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United States,Haiti

USA 'Broke Its Own Embargo to Sell Arms to Haiti Police,' Says Muggah

17 April 2005

Independent (UK)

The Bush administration has been accused of ignoring its own arms embargo and overseeing the sale of $7m-worth (£3.7m) of weapons to the Haitian government to equip its police force. Human rights groups say the police carry out routine executions of dissidents and weapons are often illegally funnelled to armed militia. Robert Muggah of the Swiss-based Small Arms Survey, a non-profit group, said that last year the US effected the sale of thousands of weapons to the... (

Read More: Independent (UK)



Swiss Report Urges Long Term Help for Haiti: Small Arms Survey

7 April 2005 /

GENEVA — There are no quick-exit strategies for Haiti and commitment must be long-term and sustained. That's according to an independent study by the Small Arms Survey, an independent research project located at the Graduate Institute of International Studies in Geneva, Switzerland. The report, titled 'Securing Haiti's Transition: Reviewing Human Insecurity and the Prospects for Disarmament, Demobilization, and Reintegration,' and released in Geneva today, said... (




More US Guns No Solution for Haiti, Says Rob Muggah

7 April 2005

Globe & Mail (Toronto), Opinion

Flying in the face of a promising recovery strategy, the United States has quietly begun shipping arms to Haiti's interim government, despite a 13-year arms embargo on the Caribbean nation. The new arms are meant to brace up a shaky security force, but the reality is that they could actually undermine security by jeopardizing an innovative disarmament effort just getting under way. The island is increasingly in chaos. Armed militia and former army soldiers terrorize... (

Read More: Globe & Mail (Toronto)



Haiti Disarming is 'Insufficient,' Says Small Arms Survey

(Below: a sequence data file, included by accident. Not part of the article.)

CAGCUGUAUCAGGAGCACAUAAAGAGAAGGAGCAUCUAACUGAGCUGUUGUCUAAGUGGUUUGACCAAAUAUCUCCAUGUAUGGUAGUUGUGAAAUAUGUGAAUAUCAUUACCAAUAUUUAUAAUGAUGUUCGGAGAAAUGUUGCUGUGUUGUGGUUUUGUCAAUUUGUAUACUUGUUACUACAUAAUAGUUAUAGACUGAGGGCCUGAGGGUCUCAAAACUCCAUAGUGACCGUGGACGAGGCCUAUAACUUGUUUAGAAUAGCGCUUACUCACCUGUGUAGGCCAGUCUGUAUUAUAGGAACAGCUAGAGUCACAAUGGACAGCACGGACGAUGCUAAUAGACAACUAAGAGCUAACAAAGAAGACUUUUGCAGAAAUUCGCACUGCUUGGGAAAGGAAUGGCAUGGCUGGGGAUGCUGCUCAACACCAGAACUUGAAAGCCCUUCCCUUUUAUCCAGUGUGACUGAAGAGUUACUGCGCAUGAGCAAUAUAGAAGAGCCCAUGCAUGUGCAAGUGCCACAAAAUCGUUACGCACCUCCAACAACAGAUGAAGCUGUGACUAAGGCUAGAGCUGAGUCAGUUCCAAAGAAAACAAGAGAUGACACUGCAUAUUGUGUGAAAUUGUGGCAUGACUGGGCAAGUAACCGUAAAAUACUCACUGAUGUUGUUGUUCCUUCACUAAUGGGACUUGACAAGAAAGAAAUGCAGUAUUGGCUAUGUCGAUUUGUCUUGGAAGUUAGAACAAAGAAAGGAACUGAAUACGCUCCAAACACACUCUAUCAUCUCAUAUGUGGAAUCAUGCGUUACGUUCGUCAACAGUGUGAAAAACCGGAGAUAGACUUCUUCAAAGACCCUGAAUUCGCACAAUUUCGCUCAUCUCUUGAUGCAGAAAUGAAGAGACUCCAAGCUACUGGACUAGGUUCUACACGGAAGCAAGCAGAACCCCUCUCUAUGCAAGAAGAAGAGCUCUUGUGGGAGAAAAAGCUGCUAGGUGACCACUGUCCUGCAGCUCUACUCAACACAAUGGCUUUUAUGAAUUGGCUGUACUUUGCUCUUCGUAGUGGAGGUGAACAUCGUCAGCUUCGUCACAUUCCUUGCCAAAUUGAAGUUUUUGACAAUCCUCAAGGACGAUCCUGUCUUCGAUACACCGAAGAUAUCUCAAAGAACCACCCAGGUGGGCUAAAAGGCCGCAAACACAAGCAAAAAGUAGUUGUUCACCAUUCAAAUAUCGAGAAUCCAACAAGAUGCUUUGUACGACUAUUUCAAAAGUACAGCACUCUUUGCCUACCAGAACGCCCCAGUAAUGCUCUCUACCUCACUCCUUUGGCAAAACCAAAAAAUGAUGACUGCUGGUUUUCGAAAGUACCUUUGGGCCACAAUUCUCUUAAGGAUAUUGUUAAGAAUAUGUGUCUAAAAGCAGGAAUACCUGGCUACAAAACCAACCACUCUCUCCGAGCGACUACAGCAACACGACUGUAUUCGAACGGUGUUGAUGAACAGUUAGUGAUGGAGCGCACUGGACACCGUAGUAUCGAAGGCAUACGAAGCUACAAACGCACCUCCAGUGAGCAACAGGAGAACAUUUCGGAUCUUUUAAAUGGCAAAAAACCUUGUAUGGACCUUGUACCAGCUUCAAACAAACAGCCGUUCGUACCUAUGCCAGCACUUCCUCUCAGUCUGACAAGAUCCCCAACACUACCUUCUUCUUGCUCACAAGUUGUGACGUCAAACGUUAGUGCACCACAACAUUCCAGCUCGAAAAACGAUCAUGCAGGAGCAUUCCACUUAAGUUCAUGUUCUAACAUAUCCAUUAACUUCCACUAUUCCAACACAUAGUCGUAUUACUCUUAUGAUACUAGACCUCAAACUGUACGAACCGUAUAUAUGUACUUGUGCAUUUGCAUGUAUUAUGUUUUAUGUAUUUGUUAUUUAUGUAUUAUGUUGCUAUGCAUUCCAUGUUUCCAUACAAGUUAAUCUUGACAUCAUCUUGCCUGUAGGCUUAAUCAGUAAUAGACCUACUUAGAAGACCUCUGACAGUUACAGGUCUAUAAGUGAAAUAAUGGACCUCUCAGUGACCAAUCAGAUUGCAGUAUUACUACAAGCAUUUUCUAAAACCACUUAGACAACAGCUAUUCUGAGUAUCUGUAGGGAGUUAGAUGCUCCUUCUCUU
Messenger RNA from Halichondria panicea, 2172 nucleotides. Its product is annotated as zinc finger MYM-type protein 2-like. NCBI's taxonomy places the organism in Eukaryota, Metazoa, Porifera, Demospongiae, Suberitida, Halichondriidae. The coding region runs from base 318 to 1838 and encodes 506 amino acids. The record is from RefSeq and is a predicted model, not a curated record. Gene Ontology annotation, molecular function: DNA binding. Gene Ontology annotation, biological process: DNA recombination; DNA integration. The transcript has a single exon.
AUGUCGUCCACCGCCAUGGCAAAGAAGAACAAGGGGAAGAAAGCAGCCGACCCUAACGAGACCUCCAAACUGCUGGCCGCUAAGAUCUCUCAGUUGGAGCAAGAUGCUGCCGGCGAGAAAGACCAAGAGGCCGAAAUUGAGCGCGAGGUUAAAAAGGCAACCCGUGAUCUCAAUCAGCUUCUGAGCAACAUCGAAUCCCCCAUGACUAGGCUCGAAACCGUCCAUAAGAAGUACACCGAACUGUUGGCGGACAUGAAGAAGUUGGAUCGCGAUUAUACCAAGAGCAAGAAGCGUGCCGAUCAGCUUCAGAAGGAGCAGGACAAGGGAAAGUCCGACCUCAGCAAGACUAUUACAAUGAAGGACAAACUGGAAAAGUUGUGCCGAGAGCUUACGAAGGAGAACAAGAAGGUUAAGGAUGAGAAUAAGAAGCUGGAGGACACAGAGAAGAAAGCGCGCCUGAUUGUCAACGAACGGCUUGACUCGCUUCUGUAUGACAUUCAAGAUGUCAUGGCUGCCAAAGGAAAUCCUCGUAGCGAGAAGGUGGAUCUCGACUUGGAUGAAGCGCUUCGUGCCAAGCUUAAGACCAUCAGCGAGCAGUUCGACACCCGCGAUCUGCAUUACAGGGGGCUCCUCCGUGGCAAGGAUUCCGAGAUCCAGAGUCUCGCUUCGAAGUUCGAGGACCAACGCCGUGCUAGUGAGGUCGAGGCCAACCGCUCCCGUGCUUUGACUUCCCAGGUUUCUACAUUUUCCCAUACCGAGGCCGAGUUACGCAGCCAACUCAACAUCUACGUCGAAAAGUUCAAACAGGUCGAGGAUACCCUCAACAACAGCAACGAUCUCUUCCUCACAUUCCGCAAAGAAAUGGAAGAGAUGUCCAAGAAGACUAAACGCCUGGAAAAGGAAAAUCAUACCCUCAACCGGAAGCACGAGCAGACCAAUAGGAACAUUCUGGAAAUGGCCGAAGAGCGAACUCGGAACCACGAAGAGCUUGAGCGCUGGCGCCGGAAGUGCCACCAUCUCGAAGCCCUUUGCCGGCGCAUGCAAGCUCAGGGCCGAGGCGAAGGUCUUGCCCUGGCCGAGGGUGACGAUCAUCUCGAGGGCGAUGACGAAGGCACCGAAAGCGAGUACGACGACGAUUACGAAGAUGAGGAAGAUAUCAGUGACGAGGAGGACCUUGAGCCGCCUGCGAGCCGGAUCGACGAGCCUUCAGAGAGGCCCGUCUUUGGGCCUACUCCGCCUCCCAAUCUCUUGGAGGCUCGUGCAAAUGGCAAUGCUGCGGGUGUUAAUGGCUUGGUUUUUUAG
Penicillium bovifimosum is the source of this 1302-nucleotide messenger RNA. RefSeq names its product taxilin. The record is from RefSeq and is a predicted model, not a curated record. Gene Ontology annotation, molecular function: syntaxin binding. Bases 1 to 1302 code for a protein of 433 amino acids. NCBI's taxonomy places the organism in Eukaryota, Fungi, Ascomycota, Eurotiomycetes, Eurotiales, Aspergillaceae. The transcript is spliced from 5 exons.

7 April 2005

BBC News

Violence in Haiti could break out once more because a UN peacekeeping force is not working hard enough to ensure rival gangs are disarmed, a new report says. The Small Arms Survey, a Geneva-based research group, says gangs and militias on the streets are still heavily armed. An armed uprising forced out President Jean-Bertrand Aristide last year, and many of his armed supporters still control large swathes on countryside. The report comes after a policeman was... (

Read More: BBC News



Haiti Threatened by Spread of Small Arms, Says Report

4 April 2005


GENEVA — Tens of thousands of illegal firearms held by civilians and political and criminal gangs in Haiti pose a major threat to efforts to restore peace in the Caribbean country, a U.N.-backed study said on Monday. The study by the Geneva-based Small Arms Group said the proliferation of weapons — whose numbers were being swollen by smuggling — had led to hundreds of deaths, and violations of human rights and crimes affecting tens of thousands of... (

Read More: Reuters


Haiti,United Nations,Brazil

United Nations and Brazil Work to Rid Haitian Guns

14 January 2005

United Press International

BRASILIA — The United Nations and Brazil are studying ways to collect the hundreds of thousands of illegal arms among Haitian citizens, Brazilian officials said Friday. Brazilian troops are leading the U.N. peacekeeping force in Haiti that took over duties from a U.S.-led interim force back in May. Foreign troops first arrived in Haiti following the Feb. 29 departure of President Jean-Bertrand Aristide, who left amid growing pressure from armed rebels. Brazil's... (

Read More: United Press International



Soccer Game May Be Disarming

30 June 2004

Associated Press